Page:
Front gate at the Beverly Hills home Johnny shared with his third wife Joanna. Photo taken in June 1979.

Once Carson left “The Tonight Show” in 1992 he pretty much retired from public life. He died on this date in 2005 after suffering from emphysema.

< AWESOME DAY AT 30 ROCK

8 Jan

34 years ago today, on Saturday, January 8, 1977 I had an awesome day at 30 Rock. Not the show… the building. As I did on most Saturdays during high school I went to the RCA Building (now the G.E. Building) in Manhattan, home of NBC. On this Saturday there was no live edition of “Saturday Night Live,” so I was there for a taping of the new game show “Shoot for the Stars,” with host Geoff Edwards.

Unused ticket for “Shoot for the Stars” from January 8, 1977.

 The show had just premiered on NBC five days earlier and I already had tickets. “Shoot for the Stars” would not last long however; it ran for only nine months.

Before the taping I took the NBC Studio Tour – a tour I had taken many times before, and could probably have led that day. While hanging out in the NBC lobby, between the tour and the taping, I managed to meet two of the decade’s biggest TV stars and get their autographs.

My tickets to “Shoot for the Stars” arrived inside this card, which I then used to collect my celebrity autographs.

First I spotted Dan Aykroyd looking in the windows of the stores in the RCA Building lobby. He was sloppily dressed and wore a cap pulled down over his eyes, but I could always spot a celebrity from a mile away.

Dan Aykroyd autograph signed at 30 Rock on January 8, 1977.

When I asked for his autograph I only had a pencil handy, so Aykroyd’s signature has faded a bit over the years. What I love is that he wrote “SAT NITE” beneath his name… perhaps so that years later I would be reminded who this “Dan Aykroyd” person was. But even if his career had ended that day, I could never have forgotten this incredibly talented man.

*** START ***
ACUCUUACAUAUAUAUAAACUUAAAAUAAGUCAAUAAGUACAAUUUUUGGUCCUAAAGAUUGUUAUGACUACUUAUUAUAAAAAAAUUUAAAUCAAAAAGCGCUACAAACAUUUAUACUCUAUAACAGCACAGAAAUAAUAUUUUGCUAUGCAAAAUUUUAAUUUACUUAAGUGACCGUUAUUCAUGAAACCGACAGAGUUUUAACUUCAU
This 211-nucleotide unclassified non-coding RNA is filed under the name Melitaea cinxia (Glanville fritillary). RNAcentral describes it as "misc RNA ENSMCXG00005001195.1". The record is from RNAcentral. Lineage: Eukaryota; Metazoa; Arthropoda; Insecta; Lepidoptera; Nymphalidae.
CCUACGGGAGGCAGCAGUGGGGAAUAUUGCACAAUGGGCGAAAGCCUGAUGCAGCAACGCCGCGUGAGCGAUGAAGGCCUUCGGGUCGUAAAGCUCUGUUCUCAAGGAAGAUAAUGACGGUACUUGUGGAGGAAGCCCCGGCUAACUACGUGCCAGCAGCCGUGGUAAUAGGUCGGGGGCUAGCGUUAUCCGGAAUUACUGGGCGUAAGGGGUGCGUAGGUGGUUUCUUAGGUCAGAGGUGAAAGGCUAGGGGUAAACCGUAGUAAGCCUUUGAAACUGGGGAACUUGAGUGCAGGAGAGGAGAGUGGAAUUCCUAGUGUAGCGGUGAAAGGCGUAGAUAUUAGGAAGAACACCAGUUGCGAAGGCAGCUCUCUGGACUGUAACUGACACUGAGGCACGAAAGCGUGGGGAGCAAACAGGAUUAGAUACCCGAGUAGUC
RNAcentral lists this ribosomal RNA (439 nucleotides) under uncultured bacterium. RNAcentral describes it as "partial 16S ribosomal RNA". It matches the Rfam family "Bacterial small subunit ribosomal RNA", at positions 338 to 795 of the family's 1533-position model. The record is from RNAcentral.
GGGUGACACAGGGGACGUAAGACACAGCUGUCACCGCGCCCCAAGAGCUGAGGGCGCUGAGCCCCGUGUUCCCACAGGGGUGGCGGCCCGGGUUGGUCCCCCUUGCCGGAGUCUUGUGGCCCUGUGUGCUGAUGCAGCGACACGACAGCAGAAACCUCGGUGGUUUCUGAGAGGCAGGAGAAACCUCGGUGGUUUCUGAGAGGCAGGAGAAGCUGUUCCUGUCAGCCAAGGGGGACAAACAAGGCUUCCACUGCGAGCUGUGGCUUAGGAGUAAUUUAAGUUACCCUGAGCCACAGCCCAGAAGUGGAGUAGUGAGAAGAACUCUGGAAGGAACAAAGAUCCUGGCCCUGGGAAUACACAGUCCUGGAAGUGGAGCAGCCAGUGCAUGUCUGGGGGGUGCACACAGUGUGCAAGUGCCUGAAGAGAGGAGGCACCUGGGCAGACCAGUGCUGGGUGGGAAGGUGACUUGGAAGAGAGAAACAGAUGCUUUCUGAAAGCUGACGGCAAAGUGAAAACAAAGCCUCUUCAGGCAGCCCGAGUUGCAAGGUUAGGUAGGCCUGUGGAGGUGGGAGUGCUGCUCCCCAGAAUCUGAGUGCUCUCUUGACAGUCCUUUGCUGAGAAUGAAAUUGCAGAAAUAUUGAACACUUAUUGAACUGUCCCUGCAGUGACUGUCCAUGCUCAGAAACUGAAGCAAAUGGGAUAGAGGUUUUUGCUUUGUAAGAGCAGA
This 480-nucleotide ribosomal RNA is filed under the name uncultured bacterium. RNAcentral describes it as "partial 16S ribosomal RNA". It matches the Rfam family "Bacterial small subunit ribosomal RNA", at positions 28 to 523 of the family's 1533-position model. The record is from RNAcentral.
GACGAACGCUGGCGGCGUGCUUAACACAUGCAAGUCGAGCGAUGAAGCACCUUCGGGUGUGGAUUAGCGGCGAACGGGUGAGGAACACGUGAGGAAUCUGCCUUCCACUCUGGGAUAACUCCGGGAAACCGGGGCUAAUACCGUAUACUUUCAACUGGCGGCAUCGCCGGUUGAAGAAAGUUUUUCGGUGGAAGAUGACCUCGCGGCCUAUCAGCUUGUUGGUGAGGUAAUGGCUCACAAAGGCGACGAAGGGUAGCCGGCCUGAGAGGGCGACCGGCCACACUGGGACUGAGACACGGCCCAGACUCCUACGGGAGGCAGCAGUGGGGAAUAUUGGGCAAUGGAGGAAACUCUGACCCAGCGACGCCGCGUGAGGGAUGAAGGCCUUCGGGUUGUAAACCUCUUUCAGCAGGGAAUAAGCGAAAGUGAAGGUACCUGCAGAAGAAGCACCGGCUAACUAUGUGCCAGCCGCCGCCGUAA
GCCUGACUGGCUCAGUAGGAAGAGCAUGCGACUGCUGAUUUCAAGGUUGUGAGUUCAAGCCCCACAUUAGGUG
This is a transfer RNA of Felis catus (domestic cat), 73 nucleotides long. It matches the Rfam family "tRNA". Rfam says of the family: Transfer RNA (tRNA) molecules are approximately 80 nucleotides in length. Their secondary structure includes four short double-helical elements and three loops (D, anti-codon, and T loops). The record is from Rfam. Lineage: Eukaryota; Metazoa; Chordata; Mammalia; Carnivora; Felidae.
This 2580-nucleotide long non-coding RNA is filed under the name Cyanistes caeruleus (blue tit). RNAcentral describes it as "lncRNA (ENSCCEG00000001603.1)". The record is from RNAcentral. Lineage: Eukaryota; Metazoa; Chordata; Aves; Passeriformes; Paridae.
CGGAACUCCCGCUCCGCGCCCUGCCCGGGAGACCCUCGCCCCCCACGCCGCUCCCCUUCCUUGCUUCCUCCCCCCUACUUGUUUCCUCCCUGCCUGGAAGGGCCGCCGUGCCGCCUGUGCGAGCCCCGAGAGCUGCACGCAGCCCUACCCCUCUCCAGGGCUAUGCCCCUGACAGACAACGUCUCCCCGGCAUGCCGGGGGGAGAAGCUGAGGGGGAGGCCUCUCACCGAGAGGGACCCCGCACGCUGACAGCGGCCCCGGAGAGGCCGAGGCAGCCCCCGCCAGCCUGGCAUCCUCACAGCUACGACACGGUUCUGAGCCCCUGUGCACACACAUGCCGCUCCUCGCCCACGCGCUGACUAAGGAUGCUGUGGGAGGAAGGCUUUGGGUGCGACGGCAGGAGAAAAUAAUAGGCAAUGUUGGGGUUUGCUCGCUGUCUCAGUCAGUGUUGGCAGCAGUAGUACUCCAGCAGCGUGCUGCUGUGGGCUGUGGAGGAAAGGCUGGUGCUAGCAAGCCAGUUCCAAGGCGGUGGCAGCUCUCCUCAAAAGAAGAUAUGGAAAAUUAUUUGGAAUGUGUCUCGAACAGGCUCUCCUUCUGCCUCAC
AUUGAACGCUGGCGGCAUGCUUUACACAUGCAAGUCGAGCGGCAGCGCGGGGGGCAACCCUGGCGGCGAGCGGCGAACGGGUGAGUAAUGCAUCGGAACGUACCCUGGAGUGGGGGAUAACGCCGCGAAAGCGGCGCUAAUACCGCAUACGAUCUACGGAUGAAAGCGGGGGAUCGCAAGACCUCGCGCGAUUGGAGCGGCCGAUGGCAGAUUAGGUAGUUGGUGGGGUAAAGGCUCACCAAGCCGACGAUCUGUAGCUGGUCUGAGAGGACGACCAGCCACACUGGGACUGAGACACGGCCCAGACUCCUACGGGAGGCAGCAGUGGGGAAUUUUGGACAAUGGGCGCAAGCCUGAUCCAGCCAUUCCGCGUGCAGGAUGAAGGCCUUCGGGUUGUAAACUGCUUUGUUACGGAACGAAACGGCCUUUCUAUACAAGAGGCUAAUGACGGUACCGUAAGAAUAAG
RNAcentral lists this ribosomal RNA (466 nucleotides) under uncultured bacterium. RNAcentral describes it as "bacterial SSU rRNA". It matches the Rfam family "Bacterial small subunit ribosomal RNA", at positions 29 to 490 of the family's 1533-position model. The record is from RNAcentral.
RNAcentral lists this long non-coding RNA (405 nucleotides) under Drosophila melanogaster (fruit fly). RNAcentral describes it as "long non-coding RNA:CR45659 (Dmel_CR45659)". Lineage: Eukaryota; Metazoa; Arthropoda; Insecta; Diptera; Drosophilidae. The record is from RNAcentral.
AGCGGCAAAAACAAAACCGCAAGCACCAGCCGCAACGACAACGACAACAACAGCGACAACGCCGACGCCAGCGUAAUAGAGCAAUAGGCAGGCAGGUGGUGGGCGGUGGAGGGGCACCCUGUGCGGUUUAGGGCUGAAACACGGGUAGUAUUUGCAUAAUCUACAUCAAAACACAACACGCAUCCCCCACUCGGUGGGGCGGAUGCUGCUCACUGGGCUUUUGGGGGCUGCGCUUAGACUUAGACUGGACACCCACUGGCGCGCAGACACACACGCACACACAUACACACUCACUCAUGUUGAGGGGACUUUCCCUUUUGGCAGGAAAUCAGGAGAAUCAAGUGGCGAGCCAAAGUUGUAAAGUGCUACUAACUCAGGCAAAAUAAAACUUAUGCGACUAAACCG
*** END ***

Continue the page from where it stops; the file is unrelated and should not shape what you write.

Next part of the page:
Mike Farrell autograph signed at 30 Rock on January 8, 1977.

A short time later I saw Mike Farrell from “M*A*S*H” exit the studio elevators. “M*A*S*H” was the # 4 primetime series that season, so Farrell was very well-known. He was also nice enough to sign an autograph, adding his own message of “Peace!”

After meeting those two stars I wanted to stand in the lobby of 30 Rock for the rest of the day, just to see who else might pass through. I didn’t though. I went home with the rich memory of my awesome day at 30 Rock.

MAYBE "MONEY MAIZE" WOULD’VE WORKED BETTER

23 Dec

36 years ago today, on Monday, December 23, 1974 the game show “The Money Maze” premiered on ABC’s daytime schedule. The show was hosted by Cincinnati TV host, Nick Clooney, who would go on to become even more well-known when his son, George Clooney, became a TV and movie star. 

Unused ticket for the September 21, 1974 taping of "The Money Maze."

The show, featuring a giant maze, was taped at the ABC studio on West 66th Street in Manhattan. The set was huge and had the audience sitting above the maze. I seem to remember this show as a bit confusing to watch.

While the maze made this show unique, it may also have made it too cumbersome.  “The Money Maze” ran for just six months.

THE TRUTH, AND NOTHING BUT THE TRUTH

18 Dec

54 years ago tonight, on Tuesday, December 18, 1956 the program “To Tell The Truth” premiered on CBS at 9:00pm. Hosted by Bud Collyer, the Goodson-Todman panel show ran in prime time for 11 seasons, before adding another 8 years in syndication. A daytime version also ran on CBS from 1962 until 1968.

Unused ticket for "To Tell The Truth" from November 5, 1974.

For the first 8 seasons in syndication, the show’s host was Garry Moore, even if they didn’t know how to spell his first name on the tickets (above). When Moore got ill he was replaced by Joe Garagiola for one final season. In my opinion, these three versions of the show are the only ones that really matter.

Another unused ticket for "To Tell The Truth" from November 5, 1974. (After all, they were free.)

To Tell The Truth” brought three people before a celebrity panel, all claiming to be the same person – someone who had done something interesting or unique. Two of them were “imposters” but the third was the real person. The panel tried to determine which “contestant” was the actual subject by asking the guests questions. Once the celebrities had voted the host would say, “Will the real ______ please stand up.” Those words became a national catch phrase throughout the ‘50s, ‘60s, and ‘70s, and they’re still vividly remembered by most Americans over the age of 45.